Getting enough sleep is important for a young child for many reasons, such as restoring energy, creating brain connections, and giving the mother and father a necessary break. But science shows that sleep also fuels physical growth.

Growth hormone in infants is released throughout the day. But for children, the most intense oscillation period is shortly after the onset of deep sleep. For this reason, your child’s height may also be affected by lack of sleep. Some children don’t naturally produce enough growth hormone, and lack of sleep makes the problem worse. It can affect immune system function and cause a condition known as growth hormone deficiency.

Children who do not get enough sleep also show changes in the levels of hormones circulating in their bodies. Hormones that regulate hunger and appetite can be affected, causing the child to prefer excessively calorie carbohydrates. Moreover, lack of sleep can affect the way the body metabolizes and digests these foods.

Lack of sleep at night can also affect motor skills and concentration throughout the day, resulting in more accidents and behavior problems and poor performance at school.

How much sleep do they need?
• Newborn: 16-20 hours a day
• 2 Months: 15-16 hours per day
•  4 Months: 9-12 hours and 2 short sleeps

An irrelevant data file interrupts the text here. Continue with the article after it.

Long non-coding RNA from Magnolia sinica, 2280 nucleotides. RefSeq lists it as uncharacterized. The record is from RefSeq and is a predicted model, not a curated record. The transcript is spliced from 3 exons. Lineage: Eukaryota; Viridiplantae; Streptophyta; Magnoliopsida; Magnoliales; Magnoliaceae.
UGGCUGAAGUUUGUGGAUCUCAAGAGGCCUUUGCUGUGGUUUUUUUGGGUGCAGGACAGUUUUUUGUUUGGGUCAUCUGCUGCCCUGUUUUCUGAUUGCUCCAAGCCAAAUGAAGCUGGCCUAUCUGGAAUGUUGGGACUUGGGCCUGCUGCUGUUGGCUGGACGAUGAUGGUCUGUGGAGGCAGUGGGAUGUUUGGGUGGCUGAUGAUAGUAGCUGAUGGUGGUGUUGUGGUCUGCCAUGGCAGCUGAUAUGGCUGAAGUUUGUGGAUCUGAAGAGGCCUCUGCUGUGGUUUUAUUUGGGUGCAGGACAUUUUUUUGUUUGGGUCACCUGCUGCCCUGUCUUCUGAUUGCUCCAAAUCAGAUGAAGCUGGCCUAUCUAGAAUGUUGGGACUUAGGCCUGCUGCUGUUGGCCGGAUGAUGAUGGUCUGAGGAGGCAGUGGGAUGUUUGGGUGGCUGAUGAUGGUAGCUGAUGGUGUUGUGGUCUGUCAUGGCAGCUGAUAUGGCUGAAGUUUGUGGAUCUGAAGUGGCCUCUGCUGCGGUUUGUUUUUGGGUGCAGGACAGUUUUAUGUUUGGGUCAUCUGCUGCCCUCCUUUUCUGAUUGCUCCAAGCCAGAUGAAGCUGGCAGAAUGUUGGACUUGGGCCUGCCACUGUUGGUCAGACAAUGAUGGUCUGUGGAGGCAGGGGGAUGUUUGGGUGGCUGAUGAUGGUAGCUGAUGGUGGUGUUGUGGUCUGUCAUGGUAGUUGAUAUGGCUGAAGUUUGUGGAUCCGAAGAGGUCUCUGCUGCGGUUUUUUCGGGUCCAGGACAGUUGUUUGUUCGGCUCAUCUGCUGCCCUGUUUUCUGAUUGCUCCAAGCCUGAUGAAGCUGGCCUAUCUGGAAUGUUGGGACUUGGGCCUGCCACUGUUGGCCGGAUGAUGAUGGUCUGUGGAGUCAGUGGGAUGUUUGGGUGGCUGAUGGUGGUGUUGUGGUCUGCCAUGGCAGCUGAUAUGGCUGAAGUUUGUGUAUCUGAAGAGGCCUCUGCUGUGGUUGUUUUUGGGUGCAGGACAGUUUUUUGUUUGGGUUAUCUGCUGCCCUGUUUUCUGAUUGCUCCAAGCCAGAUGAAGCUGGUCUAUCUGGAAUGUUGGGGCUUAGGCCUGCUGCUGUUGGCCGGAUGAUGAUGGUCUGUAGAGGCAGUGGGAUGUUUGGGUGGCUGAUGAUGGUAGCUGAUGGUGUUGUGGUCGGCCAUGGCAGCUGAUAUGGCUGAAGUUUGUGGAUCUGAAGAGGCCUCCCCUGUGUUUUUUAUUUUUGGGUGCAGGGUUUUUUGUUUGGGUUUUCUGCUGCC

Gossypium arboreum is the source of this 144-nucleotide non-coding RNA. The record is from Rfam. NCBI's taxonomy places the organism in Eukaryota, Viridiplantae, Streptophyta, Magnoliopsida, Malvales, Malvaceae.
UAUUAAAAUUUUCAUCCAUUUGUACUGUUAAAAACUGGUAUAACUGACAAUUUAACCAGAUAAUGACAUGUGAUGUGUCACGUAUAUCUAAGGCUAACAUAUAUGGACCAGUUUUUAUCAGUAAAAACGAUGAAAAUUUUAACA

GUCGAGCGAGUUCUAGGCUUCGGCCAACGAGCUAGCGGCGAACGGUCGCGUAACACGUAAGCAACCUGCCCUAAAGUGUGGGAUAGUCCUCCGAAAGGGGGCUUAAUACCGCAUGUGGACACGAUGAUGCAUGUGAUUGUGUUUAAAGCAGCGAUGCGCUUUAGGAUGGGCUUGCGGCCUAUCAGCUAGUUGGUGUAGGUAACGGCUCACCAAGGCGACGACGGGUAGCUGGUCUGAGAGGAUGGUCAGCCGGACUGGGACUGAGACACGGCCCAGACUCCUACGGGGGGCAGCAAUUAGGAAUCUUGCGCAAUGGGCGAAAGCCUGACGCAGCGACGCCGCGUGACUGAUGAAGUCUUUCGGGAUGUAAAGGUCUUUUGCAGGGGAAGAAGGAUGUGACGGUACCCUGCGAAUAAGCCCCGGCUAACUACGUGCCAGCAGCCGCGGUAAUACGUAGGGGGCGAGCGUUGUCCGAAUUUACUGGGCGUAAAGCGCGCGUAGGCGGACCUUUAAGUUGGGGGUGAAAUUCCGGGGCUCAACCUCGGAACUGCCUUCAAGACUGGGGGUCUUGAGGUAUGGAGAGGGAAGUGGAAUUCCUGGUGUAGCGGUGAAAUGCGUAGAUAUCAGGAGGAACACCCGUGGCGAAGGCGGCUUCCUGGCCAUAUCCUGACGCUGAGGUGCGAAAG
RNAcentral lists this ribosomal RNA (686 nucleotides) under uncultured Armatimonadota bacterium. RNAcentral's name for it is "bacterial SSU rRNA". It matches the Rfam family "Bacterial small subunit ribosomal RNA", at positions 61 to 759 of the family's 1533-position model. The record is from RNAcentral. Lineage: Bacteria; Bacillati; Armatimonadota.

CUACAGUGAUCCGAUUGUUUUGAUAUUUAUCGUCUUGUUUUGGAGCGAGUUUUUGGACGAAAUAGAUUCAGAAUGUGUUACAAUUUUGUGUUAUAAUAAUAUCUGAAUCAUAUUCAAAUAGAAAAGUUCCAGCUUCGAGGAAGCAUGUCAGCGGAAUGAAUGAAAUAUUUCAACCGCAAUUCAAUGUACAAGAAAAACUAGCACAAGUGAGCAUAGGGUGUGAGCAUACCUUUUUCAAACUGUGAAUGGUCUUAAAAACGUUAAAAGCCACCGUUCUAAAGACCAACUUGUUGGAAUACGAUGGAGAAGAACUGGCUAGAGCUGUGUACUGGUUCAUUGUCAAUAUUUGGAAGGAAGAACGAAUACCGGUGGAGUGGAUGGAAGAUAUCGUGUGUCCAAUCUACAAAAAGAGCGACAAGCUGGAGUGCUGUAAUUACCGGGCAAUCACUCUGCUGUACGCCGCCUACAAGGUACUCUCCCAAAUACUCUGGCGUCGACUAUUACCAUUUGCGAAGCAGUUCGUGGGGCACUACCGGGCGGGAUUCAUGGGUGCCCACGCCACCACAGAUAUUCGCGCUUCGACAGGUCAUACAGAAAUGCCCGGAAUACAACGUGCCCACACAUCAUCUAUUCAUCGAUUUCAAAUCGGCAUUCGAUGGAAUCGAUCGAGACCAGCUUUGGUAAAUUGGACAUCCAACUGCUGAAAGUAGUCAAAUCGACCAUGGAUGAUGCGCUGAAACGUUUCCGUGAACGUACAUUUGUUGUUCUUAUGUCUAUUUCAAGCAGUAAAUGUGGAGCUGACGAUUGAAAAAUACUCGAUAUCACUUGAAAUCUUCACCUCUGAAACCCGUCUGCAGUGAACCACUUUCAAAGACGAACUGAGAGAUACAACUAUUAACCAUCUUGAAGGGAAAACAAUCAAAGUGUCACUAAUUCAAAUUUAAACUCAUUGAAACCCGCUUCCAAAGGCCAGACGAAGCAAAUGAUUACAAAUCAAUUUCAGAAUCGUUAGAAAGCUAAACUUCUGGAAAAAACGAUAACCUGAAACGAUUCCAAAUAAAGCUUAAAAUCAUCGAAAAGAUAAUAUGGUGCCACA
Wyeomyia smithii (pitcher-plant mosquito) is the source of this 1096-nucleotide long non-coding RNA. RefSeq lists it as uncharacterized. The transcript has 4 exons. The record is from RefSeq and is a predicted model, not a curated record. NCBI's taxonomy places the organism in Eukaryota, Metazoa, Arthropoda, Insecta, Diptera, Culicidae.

• 6 Months: 11 hours and 2 short sleeps
• 9 Months: 11-12 hours and 2 short sleeps
• 1 Year: 10-11 hours and 2 short sleeps

Get a good night’s sleep.
Signs that your child is not getting enough rest include day-to-day moodiness or lethargy, difficulty concentrating, crying out of the blue, and difficulty waking up in the morning.
In order for your child to get enough sleep:

• Establish a consistent bedtime.
• Establish a good bedtime routine that informs your child that it’s time to return to his or her body. This may include giving a bath or snack, reading a story before going to bed, singing softly while talking to or calling out to her.
• Make sure your child’s room is suitable for sleeping. It must be dark and quiet.
• Do not keep your television and computer in your child’s room.
• Avoid encouraging activity before bedtime.
• Use the same calendar and routines for bedtime on weekends and holidays you follow throughout the week. Once upon a time, a variation does not cause long-term disruptions, but irregular bedtimes can cause poor sleep habits and sleep deprivation.

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